I want to examine a fairly complex relationship between these 4 areas – Neck, Back, Shoulders and Ribs.

Neck and Upper Back - RolfingThe connection between neck and back is obvious. It is basically a one to one relationship, the neck stacks directly over the upper back vertebrae; with some shifts in how the spine is shaped. But as soon as you hit the collarbone, the ribs, and shoulders everything get very complicated. You go from a simple column supporting the head to a very complex set of relationships.

Let’s look at the rib cage a little closer.

Each rib connects into two different vertebrae, one above and one below. The ribs move with each breath and need to be flexible to allow for enough air and also so the spine can move as its intended. The ribs also act as a support for the shoulders. The shoulder joint is incredibly flexible because it is not encased in bone but rather lots of muscle that connect into the back and ribs and shoulder blade. If a rib is even a little rotated it will strain the spinal muscle that connect to it. It is very important to the body that the ribs stay in line as they protect some of our most vital organs. So often “back pain” is really a rib that isn’t move right.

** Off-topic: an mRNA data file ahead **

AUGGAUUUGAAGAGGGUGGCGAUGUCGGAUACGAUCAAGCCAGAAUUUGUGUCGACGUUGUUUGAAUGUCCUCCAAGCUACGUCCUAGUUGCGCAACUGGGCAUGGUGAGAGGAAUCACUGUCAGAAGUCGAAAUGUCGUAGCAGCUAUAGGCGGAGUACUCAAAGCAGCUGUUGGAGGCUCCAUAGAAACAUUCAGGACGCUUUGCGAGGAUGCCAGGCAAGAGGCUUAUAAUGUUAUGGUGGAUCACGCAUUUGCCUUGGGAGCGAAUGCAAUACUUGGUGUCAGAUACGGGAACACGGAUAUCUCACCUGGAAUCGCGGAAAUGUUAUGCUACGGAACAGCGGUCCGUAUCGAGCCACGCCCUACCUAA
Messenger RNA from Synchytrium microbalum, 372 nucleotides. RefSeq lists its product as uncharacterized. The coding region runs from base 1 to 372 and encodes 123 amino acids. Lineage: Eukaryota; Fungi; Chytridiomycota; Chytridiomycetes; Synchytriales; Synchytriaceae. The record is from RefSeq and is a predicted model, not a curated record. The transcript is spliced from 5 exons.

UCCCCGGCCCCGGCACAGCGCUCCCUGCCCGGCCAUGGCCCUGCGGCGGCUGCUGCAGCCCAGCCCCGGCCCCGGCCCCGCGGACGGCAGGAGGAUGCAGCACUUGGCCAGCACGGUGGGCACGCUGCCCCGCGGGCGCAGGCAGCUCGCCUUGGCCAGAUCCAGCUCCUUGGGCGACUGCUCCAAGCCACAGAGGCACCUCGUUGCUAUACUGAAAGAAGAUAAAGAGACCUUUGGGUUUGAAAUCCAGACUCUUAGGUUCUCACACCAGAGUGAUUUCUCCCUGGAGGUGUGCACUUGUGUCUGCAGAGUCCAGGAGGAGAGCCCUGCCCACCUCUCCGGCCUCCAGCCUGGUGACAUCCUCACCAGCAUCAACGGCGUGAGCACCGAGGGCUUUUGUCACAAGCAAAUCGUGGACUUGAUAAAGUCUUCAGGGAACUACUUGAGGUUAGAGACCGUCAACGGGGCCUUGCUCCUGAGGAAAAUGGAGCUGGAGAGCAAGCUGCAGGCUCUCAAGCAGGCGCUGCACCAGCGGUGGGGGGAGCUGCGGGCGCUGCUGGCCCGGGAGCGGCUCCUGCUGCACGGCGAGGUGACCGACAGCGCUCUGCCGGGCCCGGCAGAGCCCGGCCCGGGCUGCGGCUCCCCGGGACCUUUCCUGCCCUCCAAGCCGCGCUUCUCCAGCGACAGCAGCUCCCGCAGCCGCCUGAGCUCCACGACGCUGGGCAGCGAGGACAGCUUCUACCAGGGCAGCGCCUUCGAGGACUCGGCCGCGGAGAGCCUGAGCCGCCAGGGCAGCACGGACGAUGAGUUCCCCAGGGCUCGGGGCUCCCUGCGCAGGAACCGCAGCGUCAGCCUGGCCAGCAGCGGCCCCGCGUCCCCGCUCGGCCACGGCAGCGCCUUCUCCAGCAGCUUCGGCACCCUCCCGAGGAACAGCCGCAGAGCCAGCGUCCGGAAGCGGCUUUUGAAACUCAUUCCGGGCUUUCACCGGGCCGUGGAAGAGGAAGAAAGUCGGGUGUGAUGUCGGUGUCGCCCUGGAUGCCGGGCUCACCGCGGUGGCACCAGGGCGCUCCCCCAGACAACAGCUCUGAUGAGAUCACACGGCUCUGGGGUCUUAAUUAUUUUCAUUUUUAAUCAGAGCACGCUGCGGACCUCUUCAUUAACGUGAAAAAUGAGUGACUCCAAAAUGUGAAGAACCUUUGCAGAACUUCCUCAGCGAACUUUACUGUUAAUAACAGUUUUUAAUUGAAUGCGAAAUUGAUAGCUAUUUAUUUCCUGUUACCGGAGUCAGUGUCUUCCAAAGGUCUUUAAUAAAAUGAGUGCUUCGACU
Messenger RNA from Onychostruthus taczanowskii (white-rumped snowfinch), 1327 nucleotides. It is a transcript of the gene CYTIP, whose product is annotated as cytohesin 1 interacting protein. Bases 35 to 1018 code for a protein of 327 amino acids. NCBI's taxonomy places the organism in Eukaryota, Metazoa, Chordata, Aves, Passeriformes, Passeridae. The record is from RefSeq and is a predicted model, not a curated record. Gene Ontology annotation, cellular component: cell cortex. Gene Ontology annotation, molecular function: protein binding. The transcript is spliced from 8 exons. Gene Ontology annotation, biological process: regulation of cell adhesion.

Rolfing Ribs and Your Golf SwingIf the ribs are rotated (from slouching) the shoulders that sit on top of them will follow; leaving you with a hump at the base of your neck and shoulder that roll forward. This puts a lot of strain on the neck, since the base of neck connects into the shoulders and upper ribs. It can also lead to headaches and put pressure on the nerves that run to your arms and hands. In extreme cases it can lead to carpel tunnel.

So basically, if the rib cage is not correct, the spine, neck, and shoulders will all be out of whack.

Not to mention it can restrict breathing by not giving the lungs and diaphragm room to move.

Here are a few things you can do to help correct all these things together. And you need to look at them altogether because they really are directly connected.

  1. Sit up tall, always. Slouching is terrible for your body both inside and out. If you sit in an office a lot, try to plant both feet flat on the floor it will remind your body of its base and help you sit taller.
  2. Pay attention to where your shoulders are. Your shoulders should be in line with your midline. To check this, stand up tall and put your hands at your sides. If your shoulders are in line your hands should hang right at the middle of your legs.
  3. Twice a day, stop and take a few deep breathes. Try to breath into the rib cage (not your belly) this activates the diaphragm more and gets the ribs to roll through their full movement. It will also help your spine.
  4. Get yourself unstuck with Rolfing. If you find any of these movements really difficult or confusing or painful then come see me and we will get you functioning again and feeling great!